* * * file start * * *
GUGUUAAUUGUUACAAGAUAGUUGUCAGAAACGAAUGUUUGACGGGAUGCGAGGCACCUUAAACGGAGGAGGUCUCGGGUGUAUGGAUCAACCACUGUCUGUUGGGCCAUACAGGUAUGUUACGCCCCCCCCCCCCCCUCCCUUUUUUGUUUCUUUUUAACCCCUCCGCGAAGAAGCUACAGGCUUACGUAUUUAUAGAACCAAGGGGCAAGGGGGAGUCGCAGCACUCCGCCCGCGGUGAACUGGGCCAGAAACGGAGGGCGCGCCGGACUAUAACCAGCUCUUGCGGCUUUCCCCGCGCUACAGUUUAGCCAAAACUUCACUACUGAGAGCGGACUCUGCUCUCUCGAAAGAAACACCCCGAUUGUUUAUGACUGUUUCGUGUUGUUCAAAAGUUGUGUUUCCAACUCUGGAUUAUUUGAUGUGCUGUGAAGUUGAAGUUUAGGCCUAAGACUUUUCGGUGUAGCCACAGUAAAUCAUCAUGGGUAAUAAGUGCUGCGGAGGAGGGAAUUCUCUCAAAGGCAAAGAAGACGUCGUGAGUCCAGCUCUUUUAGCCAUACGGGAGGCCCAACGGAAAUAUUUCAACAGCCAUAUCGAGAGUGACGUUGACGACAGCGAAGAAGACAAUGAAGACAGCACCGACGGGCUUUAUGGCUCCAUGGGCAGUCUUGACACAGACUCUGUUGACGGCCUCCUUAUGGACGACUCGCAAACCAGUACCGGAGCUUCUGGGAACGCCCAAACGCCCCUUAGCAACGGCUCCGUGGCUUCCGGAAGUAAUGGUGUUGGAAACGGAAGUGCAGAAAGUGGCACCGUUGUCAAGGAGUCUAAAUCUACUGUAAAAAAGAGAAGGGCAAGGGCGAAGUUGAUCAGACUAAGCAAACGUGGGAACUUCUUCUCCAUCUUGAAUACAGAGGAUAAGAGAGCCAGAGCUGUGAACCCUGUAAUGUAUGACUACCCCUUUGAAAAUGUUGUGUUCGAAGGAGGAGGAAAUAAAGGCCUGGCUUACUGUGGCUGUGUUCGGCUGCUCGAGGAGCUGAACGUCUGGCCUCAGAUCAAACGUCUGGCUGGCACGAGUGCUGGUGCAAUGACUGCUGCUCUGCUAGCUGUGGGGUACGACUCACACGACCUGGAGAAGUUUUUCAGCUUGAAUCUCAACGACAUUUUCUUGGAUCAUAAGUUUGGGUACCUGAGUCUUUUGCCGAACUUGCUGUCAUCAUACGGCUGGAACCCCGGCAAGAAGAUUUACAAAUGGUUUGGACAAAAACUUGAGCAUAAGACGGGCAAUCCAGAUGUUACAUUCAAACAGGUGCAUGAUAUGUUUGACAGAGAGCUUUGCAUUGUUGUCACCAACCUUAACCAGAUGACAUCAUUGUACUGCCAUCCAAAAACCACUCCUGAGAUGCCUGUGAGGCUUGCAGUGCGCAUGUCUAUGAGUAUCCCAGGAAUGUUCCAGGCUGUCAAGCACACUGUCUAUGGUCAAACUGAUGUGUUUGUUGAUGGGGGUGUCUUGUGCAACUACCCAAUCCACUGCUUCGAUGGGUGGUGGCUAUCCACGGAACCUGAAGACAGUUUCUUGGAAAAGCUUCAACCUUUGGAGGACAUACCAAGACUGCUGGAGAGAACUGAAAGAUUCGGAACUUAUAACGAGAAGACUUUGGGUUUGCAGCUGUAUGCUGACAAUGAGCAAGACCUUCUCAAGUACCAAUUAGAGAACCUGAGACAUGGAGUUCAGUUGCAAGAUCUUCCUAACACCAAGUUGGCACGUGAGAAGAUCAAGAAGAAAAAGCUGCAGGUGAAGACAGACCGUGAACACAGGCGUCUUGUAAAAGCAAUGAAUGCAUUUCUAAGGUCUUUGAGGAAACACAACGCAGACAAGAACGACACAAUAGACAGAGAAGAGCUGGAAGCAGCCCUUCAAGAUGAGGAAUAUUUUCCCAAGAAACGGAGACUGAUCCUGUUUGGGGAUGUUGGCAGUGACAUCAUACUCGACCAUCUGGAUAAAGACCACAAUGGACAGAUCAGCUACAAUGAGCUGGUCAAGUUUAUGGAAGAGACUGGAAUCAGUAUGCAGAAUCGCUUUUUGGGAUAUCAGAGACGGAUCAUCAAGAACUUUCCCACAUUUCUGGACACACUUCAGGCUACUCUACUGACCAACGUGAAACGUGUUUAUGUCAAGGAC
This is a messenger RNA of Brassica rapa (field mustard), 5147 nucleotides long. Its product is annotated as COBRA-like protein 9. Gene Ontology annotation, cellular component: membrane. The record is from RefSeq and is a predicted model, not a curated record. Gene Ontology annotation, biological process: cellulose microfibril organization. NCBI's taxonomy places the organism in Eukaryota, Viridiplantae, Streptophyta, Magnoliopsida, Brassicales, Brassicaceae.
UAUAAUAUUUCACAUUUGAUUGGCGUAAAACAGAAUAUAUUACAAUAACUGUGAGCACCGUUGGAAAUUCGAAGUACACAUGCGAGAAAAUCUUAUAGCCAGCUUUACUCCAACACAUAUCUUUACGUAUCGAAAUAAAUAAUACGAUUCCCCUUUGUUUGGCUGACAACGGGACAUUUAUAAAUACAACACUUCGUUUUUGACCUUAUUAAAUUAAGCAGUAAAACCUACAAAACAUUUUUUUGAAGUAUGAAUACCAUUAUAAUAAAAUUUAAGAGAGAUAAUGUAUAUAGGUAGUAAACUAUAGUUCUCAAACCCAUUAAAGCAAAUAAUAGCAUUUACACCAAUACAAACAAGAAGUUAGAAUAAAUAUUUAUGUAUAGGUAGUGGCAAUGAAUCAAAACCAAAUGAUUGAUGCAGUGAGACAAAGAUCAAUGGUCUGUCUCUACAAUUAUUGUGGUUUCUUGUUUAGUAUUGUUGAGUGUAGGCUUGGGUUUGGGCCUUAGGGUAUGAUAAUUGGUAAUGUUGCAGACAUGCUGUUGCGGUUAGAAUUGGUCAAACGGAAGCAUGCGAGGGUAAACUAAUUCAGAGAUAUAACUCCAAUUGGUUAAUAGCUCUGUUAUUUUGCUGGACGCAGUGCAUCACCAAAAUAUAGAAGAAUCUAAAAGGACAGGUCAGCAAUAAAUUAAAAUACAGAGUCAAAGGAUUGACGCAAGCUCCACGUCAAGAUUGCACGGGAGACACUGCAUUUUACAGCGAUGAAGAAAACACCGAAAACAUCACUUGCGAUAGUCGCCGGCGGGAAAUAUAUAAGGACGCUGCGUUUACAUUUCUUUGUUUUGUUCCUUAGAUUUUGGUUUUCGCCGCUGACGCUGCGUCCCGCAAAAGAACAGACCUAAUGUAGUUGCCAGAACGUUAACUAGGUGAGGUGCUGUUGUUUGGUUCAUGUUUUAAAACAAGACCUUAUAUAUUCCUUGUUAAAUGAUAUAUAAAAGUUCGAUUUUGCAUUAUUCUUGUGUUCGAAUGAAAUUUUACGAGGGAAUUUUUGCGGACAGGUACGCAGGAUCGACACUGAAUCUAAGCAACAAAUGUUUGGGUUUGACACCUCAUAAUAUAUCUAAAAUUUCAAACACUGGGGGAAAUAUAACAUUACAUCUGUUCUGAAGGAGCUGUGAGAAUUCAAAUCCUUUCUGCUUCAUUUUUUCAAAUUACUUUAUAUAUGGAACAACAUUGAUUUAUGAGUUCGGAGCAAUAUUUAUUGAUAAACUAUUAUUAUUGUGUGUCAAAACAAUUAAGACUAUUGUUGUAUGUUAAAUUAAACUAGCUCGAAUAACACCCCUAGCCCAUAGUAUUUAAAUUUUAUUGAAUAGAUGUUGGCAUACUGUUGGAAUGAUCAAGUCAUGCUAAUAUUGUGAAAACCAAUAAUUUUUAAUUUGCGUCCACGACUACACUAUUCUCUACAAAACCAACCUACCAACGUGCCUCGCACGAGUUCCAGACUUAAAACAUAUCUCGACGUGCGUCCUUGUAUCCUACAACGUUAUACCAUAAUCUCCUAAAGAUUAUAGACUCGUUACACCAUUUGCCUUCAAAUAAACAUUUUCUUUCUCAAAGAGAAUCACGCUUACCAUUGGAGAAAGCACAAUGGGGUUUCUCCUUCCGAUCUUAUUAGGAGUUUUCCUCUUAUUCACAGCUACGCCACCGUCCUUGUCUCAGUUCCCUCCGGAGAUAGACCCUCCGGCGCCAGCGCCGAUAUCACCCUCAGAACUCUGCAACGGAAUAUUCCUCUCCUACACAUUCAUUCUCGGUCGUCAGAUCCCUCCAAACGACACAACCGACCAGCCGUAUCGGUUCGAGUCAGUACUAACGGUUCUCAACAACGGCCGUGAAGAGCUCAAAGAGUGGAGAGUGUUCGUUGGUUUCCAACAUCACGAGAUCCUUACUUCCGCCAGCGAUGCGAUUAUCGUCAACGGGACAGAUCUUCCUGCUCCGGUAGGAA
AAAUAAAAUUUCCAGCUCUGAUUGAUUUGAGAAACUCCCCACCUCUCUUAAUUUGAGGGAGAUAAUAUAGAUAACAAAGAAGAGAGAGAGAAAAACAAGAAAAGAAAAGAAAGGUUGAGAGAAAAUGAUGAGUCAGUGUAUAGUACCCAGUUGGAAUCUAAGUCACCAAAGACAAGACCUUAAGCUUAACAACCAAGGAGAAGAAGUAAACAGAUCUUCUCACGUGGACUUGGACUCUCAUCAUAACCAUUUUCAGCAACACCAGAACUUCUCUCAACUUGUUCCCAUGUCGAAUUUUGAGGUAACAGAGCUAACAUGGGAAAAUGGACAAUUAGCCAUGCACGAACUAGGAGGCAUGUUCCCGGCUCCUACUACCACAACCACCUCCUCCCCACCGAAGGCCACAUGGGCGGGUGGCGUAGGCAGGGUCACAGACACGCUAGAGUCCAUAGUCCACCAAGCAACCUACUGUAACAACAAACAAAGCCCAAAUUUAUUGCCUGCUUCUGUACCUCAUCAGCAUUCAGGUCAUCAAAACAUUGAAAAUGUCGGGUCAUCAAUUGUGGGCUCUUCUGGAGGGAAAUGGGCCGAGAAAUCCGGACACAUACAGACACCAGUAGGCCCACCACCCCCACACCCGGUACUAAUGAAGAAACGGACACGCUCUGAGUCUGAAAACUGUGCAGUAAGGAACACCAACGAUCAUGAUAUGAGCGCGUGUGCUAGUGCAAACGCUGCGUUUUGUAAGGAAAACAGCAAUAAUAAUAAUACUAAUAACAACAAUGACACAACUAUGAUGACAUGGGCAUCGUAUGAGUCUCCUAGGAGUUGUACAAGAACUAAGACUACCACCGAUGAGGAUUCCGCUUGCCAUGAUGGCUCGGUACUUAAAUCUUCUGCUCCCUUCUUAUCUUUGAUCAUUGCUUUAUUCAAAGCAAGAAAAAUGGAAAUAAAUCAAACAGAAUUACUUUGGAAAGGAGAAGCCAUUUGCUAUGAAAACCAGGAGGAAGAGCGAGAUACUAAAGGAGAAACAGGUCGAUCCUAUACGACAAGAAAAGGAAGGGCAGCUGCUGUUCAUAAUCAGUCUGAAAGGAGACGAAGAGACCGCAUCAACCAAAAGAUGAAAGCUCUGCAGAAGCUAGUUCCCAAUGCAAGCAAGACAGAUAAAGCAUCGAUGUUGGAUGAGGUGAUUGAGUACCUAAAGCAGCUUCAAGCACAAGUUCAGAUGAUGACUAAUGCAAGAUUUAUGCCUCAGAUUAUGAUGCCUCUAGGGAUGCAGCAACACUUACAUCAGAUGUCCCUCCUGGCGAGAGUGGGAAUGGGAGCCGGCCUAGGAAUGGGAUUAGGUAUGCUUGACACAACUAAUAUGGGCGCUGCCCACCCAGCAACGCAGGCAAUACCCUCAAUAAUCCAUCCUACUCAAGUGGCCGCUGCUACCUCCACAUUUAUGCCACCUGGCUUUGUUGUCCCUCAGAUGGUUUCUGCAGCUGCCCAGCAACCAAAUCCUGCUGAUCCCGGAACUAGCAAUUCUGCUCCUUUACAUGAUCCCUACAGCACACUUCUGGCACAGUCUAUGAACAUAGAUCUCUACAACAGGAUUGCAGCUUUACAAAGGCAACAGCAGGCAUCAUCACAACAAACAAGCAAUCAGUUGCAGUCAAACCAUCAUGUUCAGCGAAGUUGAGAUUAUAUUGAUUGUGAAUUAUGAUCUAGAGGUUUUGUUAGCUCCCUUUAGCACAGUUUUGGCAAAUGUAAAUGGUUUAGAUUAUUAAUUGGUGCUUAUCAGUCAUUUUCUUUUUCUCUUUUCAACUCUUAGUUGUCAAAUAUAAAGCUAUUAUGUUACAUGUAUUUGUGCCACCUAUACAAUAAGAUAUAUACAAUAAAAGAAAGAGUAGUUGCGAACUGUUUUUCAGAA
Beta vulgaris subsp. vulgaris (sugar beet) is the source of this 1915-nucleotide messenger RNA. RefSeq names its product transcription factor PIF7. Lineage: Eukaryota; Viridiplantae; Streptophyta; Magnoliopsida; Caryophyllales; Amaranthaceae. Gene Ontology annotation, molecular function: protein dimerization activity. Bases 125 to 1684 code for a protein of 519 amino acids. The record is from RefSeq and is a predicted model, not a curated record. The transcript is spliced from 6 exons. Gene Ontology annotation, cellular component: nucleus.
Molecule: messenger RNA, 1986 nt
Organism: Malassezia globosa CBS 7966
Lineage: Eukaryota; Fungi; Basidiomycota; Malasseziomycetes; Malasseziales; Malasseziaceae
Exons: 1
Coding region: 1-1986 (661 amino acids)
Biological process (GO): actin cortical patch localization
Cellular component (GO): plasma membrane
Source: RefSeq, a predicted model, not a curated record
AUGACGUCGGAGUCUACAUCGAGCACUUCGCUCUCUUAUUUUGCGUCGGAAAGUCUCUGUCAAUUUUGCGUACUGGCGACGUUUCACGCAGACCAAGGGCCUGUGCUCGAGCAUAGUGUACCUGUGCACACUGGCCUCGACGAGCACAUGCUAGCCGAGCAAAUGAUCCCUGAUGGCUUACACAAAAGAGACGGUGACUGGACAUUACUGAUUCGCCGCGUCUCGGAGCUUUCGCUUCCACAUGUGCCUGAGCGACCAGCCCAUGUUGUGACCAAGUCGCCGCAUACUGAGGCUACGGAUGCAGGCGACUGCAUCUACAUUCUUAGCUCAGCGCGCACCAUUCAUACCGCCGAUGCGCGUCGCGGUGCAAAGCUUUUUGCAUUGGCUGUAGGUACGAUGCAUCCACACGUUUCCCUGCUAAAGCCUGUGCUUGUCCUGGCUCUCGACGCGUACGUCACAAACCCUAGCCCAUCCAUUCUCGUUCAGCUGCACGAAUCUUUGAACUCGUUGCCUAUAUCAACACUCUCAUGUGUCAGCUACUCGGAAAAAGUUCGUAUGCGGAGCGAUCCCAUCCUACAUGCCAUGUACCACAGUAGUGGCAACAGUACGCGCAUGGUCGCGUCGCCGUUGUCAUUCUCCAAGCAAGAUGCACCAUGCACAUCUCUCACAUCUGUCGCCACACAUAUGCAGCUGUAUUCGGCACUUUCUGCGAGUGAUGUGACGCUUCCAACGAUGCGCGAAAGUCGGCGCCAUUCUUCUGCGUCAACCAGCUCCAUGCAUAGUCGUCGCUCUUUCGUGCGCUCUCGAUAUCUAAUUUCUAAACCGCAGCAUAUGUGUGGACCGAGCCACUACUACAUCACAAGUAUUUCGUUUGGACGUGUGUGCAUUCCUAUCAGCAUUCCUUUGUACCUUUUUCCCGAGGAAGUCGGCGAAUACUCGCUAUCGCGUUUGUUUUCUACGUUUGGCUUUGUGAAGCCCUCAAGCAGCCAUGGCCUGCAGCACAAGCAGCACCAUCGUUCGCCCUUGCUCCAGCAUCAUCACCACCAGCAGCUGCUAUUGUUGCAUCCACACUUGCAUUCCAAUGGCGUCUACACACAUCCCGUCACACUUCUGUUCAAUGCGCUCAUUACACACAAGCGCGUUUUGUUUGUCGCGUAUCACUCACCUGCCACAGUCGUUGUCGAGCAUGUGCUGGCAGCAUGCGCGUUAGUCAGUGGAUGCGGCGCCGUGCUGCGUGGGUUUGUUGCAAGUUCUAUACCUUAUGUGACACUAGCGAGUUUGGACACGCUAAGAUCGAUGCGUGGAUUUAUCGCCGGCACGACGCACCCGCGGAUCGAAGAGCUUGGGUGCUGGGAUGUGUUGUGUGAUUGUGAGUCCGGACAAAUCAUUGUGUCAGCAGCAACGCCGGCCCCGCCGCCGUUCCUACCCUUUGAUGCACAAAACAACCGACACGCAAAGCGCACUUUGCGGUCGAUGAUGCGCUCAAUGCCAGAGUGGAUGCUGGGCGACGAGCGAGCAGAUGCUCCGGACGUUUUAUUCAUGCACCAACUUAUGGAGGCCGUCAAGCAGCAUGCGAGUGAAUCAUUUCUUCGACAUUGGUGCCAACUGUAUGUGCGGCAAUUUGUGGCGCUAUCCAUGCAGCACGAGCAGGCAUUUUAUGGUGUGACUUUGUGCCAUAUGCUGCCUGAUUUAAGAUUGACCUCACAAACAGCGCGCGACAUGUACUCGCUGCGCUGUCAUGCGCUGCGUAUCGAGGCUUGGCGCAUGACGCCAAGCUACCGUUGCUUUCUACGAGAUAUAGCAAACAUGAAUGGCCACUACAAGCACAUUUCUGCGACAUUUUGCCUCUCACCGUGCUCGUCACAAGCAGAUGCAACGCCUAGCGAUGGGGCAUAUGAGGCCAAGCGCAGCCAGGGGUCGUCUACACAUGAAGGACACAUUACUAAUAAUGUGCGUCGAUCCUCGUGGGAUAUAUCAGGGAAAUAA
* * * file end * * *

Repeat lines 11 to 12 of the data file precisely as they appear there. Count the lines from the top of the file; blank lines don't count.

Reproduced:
Biological process (GO): actin cortical patch localization
Cellular component (GO): plasma membrane